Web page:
The reports by the President’s Council of Advisors on Science and Technology (PCAST) and the National Science Board offer a plethora of recommendations including better teacher training, creating 1,000 new STEM-focused (science, technology, engineering, and mathematics) schools, and holding schools accountable for the performance of high-achieving students.
Though they highlight crucial goals, unfortunately, these proposals carried no implementation plan. To prevent them from collecting dust on a shelf, we offer the following core recommendations:
Reignite innovation. The original “Sputnik moment” was more than empty rhetoric. It featured real resources and genuine commitment to drive innovation and identify and support students who excelled in math and science. We need a similar vow today to identify and serve all high-potential and high-ability students to fill the talent pipeline.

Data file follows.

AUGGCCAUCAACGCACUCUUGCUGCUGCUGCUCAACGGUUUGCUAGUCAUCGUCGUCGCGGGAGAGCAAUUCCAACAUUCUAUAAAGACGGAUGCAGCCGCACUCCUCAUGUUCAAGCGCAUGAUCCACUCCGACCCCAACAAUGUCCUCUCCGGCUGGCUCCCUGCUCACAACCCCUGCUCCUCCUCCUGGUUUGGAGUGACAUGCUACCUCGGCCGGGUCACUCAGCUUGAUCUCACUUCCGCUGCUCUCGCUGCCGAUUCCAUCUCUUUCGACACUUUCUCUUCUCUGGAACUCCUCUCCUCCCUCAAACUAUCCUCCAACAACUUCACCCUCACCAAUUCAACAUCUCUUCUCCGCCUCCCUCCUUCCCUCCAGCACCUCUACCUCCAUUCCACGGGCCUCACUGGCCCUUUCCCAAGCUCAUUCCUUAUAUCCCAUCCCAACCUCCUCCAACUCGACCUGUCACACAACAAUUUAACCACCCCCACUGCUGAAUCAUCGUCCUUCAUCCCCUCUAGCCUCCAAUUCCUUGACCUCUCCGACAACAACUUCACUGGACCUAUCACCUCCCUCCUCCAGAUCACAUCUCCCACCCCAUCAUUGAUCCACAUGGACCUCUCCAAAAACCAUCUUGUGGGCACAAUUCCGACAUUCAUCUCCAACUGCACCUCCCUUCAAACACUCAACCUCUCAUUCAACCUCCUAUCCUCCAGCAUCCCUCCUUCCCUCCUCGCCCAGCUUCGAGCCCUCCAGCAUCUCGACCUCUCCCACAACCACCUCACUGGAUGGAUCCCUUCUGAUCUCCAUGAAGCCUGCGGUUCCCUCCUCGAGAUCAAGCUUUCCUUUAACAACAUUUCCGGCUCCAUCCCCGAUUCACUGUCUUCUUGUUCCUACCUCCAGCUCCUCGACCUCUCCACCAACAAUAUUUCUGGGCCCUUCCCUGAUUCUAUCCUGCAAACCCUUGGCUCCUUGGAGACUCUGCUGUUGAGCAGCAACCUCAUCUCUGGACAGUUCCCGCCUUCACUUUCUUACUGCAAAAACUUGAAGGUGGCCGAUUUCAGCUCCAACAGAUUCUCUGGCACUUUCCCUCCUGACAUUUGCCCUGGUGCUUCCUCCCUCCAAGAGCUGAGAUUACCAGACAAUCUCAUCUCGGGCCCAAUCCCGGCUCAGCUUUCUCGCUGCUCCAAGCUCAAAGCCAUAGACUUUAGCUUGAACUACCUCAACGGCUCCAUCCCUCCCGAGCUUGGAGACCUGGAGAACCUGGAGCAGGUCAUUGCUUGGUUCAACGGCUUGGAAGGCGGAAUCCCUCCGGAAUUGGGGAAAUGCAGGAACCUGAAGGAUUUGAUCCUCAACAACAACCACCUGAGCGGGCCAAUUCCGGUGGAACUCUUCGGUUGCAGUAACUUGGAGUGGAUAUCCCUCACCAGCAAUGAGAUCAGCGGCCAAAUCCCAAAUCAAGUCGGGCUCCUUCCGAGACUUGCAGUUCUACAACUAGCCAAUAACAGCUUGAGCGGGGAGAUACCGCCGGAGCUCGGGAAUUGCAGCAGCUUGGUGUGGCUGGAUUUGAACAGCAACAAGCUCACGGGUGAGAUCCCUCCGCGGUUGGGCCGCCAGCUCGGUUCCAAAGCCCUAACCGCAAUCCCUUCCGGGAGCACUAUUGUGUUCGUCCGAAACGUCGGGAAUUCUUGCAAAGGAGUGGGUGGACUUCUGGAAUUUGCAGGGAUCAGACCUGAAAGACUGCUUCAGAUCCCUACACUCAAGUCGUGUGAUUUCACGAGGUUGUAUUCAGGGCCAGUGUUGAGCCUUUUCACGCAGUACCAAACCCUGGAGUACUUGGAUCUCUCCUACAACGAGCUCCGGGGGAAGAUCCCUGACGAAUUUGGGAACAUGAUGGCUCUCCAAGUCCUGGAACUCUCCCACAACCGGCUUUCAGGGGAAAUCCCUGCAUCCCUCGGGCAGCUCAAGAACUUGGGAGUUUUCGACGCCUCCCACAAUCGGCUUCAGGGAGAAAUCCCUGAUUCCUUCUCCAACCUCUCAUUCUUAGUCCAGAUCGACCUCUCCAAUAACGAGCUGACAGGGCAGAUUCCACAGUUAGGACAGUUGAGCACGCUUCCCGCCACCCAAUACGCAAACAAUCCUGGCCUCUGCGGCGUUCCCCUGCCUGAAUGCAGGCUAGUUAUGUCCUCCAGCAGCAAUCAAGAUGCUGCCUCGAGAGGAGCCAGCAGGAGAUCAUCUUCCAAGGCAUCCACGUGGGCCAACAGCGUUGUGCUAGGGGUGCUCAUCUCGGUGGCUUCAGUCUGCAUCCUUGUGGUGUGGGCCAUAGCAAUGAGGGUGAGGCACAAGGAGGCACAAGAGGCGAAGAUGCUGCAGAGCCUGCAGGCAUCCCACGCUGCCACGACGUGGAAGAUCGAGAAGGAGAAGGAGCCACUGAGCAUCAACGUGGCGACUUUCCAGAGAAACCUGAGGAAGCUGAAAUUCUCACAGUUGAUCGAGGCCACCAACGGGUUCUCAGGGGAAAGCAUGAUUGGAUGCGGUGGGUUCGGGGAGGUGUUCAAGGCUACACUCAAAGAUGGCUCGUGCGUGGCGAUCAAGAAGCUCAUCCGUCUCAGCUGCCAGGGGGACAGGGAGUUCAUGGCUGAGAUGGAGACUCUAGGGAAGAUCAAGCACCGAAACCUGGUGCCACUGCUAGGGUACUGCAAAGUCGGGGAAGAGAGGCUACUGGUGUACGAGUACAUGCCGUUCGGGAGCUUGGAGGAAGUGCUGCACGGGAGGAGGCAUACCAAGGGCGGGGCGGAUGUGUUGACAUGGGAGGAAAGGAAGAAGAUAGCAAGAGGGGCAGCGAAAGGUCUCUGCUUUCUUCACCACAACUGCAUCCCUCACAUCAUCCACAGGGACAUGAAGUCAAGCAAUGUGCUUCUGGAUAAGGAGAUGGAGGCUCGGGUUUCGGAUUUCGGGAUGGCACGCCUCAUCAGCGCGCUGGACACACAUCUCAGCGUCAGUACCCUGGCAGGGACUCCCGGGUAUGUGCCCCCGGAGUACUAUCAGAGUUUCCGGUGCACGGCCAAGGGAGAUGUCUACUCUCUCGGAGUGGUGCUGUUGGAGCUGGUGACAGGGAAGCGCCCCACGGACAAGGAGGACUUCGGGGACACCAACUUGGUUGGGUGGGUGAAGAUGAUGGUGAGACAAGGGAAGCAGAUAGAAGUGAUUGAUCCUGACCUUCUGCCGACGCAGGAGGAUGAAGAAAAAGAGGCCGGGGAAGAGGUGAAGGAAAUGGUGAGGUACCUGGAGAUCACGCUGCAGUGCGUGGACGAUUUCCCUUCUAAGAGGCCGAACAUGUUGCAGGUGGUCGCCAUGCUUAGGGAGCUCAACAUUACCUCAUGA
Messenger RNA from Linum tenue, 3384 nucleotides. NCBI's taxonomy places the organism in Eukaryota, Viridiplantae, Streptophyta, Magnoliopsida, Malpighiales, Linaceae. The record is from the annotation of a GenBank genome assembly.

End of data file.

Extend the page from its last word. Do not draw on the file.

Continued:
To achieve this, the administration must assign clear authority and accountability to the Department of Education for supporting high-potential and high-ability students and to stop neglecting these students in federal education policy. One omission is that there is no national data collected on gifted students that can help districts make key decisions about their curricular and instruction needs.
And this administration has again recommended eliminating the sole program federal program for high-ability students – the modest Javits grant program that focuses on strategies to reach disadvantaged gifted learners.
Do better than ‘proficient’